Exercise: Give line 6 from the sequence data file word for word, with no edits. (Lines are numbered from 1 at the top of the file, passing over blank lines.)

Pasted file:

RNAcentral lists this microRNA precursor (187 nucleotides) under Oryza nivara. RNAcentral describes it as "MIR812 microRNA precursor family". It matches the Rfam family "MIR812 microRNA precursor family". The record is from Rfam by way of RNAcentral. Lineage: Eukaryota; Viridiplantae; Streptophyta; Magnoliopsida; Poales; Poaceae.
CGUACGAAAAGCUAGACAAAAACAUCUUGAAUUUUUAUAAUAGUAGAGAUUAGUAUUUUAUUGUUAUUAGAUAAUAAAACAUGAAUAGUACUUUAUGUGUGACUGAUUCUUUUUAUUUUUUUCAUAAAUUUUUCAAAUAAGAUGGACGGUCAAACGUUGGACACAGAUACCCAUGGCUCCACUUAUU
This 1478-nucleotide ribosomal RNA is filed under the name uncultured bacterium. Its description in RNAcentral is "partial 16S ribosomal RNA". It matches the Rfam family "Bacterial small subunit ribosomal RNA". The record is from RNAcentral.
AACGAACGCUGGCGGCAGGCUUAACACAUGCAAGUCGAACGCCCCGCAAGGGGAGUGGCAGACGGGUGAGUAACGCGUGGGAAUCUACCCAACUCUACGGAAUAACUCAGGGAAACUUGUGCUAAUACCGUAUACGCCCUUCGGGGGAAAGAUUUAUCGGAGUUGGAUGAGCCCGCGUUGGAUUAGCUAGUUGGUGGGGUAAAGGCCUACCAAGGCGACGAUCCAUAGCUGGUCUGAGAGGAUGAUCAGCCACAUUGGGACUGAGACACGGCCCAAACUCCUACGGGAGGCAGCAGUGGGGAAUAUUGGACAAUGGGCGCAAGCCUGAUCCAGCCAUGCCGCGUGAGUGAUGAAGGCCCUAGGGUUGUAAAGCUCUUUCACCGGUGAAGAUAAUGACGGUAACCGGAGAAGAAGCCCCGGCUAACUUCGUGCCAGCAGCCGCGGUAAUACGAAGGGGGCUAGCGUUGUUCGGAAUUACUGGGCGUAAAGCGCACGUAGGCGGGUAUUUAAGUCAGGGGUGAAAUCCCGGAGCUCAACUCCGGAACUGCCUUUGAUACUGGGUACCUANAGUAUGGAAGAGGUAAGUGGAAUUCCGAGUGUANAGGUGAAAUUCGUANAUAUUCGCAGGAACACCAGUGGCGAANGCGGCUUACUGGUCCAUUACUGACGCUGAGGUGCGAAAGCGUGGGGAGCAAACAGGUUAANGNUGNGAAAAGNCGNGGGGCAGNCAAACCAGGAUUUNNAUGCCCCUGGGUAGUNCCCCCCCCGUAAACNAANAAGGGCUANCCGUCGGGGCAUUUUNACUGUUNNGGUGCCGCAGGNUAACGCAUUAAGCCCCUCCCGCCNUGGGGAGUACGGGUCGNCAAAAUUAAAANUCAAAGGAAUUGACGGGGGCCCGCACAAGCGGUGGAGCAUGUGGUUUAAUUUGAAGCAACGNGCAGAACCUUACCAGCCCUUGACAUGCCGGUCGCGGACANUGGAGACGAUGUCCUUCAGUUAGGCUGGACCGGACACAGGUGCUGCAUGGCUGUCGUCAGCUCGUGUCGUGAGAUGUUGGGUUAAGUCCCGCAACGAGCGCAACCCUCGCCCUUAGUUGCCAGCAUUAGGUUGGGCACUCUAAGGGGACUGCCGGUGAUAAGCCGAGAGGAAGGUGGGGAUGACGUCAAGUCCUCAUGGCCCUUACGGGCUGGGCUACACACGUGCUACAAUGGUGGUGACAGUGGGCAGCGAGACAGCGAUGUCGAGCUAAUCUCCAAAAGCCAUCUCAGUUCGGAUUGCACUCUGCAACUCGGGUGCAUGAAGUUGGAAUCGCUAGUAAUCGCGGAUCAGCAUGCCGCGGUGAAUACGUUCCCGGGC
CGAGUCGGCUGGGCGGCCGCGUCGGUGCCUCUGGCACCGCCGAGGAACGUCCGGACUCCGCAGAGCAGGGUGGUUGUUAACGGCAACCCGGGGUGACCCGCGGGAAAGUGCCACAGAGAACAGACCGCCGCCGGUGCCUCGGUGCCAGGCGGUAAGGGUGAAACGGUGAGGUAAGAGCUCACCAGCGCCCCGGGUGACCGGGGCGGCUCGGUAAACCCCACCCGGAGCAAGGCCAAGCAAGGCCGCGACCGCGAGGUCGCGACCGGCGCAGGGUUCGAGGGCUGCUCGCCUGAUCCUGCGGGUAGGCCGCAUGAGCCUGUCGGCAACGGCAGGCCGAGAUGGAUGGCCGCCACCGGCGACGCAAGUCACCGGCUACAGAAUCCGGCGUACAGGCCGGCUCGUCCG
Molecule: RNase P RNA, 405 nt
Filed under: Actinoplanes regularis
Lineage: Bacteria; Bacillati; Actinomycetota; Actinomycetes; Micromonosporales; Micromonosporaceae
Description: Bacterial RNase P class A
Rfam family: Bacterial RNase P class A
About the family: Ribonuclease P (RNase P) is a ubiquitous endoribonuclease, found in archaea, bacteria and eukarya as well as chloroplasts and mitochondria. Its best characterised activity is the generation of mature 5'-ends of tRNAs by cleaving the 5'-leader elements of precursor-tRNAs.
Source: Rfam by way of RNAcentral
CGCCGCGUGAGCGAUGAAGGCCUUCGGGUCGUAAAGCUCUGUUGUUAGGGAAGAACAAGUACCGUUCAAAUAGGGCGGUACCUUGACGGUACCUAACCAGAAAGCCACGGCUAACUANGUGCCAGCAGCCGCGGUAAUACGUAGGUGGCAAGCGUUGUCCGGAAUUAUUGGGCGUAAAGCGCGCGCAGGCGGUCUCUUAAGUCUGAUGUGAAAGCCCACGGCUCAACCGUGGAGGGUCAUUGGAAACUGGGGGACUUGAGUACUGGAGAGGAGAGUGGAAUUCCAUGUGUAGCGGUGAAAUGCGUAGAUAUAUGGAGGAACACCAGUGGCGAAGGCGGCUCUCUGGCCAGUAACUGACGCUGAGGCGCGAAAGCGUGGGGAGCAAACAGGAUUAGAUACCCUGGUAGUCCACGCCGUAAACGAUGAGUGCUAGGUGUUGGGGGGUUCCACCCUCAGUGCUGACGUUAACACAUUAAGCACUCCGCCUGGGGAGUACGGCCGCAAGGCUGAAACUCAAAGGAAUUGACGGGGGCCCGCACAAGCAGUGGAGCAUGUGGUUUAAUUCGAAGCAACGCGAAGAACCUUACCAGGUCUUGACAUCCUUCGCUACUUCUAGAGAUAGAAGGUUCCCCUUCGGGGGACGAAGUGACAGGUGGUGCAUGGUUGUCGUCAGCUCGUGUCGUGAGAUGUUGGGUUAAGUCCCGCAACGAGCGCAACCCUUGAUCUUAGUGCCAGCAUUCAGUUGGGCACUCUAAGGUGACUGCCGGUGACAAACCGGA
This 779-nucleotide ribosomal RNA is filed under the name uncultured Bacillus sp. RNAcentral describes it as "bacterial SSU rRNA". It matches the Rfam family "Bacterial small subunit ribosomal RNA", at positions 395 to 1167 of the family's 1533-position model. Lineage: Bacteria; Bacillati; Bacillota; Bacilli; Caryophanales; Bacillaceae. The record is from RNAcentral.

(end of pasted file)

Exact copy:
Molecule: RNase P RNA, 405 nt